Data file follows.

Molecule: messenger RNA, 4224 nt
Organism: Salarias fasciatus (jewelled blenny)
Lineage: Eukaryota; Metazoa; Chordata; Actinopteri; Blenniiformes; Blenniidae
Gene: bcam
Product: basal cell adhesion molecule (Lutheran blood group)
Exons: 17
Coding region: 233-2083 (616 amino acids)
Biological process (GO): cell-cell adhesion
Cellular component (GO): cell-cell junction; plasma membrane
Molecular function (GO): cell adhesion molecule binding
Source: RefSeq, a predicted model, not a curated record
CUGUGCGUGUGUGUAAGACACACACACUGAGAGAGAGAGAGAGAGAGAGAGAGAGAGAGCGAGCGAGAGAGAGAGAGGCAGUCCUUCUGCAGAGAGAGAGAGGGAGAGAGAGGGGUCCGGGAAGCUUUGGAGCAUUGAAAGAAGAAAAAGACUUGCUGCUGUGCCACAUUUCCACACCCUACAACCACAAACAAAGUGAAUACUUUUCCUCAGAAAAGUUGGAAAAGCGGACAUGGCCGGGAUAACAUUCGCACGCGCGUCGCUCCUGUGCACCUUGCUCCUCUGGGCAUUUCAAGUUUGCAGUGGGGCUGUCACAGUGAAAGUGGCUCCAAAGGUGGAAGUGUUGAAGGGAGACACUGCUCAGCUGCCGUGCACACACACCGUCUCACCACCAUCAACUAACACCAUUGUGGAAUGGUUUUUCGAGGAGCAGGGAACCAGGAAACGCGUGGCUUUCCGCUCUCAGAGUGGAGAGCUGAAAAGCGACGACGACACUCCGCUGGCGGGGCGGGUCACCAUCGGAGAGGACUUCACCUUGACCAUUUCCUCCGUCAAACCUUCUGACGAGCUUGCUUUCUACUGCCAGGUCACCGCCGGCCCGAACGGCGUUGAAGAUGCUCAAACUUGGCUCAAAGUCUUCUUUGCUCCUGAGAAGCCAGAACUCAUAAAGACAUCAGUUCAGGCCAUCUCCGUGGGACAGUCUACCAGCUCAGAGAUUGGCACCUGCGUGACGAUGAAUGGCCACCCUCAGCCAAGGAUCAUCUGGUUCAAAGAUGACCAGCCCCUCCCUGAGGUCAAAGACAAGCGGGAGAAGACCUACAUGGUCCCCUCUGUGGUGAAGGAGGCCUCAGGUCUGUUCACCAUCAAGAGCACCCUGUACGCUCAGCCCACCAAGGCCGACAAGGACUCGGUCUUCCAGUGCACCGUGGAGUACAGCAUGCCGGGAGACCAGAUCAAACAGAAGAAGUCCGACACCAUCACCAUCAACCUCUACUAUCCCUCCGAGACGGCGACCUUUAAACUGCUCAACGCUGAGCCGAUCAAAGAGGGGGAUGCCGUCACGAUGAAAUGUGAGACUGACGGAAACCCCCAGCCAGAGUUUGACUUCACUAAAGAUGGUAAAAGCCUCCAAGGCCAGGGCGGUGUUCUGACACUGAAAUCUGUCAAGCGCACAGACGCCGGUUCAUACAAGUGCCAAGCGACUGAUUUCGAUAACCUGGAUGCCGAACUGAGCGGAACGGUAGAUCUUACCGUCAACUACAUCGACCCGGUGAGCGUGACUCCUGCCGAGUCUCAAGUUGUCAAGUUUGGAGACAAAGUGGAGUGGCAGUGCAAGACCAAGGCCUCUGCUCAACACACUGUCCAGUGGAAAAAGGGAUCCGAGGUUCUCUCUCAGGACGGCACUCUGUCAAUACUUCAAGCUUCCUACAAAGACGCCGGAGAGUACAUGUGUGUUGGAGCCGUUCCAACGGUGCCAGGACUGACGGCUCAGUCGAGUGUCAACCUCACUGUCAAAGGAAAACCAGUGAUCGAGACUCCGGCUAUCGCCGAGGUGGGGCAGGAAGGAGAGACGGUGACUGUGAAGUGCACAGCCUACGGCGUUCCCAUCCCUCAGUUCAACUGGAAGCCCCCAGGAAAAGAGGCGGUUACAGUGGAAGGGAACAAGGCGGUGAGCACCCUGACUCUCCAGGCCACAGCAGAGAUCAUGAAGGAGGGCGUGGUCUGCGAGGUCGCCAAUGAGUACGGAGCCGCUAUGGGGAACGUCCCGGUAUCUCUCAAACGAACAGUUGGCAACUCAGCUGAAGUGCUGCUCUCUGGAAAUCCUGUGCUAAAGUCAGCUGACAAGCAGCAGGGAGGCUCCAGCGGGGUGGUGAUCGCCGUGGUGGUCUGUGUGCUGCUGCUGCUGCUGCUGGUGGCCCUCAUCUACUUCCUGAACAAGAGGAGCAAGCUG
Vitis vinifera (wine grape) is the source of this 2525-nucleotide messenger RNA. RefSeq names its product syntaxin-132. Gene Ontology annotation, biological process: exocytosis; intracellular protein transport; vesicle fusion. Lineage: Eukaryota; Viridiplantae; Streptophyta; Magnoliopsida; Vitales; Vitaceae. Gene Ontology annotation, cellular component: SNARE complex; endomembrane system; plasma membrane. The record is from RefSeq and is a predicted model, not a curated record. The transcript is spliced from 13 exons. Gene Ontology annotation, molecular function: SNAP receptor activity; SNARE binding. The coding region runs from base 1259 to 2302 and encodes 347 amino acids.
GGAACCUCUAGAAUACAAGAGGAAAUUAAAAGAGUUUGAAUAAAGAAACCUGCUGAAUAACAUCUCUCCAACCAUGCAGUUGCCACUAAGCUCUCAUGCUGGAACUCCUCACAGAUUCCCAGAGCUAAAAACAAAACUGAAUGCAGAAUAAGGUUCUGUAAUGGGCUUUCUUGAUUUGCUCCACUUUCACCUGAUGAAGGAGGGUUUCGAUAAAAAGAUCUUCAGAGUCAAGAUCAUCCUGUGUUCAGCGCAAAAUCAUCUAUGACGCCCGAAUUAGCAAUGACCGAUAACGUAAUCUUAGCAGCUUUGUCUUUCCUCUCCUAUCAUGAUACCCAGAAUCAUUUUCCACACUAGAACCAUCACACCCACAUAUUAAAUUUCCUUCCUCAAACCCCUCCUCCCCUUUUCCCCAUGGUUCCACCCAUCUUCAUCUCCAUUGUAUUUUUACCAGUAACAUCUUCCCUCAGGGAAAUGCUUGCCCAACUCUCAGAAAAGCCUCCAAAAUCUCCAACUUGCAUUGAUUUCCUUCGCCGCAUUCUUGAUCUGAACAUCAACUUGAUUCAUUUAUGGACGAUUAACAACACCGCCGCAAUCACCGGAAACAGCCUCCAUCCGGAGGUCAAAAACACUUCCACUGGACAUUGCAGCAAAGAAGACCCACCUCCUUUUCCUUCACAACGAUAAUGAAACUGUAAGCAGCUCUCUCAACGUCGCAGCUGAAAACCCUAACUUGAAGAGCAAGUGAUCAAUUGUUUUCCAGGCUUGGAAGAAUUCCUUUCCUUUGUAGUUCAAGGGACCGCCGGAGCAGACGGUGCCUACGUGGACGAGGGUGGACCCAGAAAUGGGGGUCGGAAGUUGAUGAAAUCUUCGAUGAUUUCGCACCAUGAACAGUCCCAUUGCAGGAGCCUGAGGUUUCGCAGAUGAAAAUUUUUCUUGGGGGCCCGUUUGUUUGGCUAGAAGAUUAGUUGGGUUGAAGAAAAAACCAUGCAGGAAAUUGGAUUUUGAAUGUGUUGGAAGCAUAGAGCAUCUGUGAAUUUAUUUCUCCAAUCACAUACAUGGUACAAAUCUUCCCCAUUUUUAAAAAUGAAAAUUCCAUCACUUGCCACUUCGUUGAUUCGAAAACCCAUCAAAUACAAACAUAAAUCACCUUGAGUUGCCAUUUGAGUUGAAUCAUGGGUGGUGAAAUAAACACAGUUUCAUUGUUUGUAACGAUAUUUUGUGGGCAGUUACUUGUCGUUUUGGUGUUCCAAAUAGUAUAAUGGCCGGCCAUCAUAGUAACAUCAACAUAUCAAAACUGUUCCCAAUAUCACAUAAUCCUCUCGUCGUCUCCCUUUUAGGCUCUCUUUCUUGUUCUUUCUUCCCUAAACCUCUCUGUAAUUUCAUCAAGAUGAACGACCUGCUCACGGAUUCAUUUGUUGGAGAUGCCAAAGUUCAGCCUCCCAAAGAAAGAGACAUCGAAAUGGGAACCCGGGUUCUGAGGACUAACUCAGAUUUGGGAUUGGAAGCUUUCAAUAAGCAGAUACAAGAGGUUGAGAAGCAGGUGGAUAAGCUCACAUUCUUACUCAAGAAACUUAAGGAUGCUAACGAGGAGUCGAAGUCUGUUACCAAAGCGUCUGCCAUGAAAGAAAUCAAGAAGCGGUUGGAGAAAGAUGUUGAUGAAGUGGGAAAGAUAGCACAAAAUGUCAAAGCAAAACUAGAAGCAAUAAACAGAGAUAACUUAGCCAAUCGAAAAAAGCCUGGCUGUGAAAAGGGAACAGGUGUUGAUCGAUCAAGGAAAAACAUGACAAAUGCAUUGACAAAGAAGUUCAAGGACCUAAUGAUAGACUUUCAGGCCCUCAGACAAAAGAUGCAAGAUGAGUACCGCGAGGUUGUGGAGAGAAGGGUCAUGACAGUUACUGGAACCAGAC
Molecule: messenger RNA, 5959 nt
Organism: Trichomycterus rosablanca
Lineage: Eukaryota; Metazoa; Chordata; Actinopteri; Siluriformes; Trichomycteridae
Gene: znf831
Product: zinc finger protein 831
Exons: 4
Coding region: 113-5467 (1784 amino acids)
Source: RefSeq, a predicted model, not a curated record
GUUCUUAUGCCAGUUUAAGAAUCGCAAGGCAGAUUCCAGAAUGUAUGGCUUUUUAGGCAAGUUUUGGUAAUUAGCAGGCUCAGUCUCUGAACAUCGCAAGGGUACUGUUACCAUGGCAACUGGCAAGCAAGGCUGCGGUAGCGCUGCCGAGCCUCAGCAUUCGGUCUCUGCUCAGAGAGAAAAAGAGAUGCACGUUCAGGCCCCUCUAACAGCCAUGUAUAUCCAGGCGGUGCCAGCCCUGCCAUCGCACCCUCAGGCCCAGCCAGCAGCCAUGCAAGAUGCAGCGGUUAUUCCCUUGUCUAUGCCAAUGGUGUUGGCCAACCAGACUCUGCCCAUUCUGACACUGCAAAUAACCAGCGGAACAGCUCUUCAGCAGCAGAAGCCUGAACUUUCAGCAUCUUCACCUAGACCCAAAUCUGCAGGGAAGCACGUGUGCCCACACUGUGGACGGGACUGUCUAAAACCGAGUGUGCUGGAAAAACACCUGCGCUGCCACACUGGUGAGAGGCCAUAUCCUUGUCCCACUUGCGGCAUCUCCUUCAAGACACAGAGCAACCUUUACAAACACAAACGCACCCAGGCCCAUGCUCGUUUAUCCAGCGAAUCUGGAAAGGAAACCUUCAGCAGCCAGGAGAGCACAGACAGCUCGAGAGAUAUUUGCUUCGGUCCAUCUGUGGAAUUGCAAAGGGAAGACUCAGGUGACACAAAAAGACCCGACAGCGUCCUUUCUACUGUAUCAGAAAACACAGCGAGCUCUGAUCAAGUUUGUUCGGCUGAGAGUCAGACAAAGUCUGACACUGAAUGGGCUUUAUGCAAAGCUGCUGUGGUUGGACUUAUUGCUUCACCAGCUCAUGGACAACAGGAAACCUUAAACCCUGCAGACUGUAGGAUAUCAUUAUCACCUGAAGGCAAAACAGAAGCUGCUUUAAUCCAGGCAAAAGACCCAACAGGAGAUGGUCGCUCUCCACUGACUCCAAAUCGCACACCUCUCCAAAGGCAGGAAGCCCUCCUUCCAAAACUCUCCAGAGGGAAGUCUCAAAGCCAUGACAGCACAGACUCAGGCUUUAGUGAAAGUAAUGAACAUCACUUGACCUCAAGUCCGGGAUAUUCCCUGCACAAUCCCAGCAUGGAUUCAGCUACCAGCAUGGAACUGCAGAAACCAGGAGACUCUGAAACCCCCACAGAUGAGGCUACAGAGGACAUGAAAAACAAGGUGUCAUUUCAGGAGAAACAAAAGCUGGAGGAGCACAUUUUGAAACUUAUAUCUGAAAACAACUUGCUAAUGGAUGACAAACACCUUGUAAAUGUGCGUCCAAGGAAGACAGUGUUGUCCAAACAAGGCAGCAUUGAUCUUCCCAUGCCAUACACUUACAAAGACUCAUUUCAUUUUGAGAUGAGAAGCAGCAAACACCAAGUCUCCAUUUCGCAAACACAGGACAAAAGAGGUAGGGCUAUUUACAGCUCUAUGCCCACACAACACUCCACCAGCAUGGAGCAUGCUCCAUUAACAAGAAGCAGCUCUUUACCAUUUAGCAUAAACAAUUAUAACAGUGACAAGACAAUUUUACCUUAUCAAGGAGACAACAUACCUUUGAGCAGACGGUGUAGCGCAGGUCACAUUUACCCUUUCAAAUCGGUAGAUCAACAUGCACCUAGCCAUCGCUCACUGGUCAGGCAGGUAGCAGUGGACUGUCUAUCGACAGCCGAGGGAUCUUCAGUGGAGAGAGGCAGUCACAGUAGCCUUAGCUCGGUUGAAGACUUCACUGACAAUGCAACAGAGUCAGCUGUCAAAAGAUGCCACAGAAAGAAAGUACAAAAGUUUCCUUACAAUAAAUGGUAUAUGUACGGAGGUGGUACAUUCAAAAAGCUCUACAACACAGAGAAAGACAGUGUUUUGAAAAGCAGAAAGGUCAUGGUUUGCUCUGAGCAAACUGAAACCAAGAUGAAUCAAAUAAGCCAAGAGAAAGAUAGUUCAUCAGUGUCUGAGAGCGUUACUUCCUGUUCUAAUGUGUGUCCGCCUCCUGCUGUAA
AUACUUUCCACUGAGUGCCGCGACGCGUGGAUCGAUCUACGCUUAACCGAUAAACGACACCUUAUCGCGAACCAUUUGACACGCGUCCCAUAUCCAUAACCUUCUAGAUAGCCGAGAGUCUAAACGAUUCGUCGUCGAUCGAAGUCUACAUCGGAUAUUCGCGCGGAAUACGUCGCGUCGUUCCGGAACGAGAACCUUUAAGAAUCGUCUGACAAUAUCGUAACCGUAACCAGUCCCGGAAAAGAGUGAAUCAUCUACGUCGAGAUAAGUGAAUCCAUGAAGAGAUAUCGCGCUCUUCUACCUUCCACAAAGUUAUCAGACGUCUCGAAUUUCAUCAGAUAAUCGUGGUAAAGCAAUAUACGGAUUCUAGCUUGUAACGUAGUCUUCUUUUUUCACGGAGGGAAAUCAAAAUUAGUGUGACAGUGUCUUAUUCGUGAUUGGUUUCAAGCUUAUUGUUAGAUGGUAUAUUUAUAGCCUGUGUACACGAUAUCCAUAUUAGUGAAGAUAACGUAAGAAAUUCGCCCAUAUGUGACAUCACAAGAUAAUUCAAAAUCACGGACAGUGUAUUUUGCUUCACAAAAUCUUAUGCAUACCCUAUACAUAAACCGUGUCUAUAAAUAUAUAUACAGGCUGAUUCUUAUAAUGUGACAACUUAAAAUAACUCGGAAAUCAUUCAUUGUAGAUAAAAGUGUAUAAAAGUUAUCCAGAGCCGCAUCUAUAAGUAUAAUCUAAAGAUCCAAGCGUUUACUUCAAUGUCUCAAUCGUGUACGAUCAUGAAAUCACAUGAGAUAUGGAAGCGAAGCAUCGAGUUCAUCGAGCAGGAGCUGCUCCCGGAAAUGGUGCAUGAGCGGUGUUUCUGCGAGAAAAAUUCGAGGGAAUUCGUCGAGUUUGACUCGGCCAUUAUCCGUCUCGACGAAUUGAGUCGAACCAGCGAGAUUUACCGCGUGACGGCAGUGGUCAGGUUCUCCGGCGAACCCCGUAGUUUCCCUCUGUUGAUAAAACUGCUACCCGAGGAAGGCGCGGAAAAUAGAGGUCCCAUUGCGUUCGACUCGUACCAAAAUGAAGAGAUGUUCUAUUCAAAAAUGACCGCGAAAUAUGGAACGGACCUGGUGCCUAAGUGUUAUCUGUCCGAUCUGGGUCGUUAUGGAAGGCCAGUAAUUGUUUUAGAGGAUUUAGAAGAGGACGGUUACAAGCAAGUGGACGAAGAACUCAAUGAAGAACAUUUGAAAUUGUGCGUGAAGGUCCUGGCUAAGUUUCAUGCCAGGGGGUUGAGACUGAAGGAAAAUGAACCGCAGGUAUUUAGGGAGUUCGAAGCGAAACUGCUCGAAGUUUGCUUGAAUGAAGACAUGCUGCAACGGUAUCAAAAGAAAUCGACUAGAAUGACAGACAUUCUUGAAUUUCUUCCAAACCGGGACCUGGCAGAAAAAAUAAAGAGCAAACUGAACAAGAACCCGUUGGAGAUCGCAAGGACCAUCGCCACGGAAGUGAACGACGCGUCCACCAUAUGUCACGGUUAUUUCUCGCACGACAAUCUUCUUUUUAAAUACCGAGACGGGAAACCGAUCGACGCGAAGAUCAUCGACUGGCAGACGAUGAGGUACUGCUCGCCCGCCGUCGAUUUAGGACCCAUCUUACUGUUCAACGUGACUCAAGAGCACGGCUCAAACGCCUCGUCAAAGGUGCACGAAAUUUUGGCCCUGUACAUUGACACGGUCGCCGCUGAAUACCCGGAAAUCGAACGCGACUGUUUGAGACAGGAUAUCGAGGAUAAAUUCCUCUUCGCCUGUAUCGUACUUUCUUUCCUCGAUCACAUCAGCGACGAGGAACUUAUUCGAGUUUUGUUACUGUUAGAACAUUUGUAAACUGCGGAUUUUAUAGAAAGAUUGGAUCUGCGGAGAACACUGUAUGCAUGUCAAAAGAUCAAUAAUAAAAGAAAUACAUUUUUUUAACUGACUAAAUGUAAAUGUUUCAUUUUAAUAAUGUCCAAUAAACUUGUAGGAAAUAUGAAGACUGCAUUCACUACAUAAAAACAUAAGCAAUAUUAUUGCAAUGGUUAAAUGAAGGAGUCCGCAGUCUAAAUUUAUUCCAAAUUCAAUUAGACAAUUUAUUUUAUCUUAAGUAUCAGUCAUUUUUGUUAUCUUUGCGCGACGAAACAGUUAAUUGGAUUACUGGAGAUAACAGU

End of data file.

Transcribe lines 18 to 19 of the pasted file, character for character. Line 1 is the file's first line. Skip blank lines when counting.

Gene: znf831
Product: zinc finger protein 831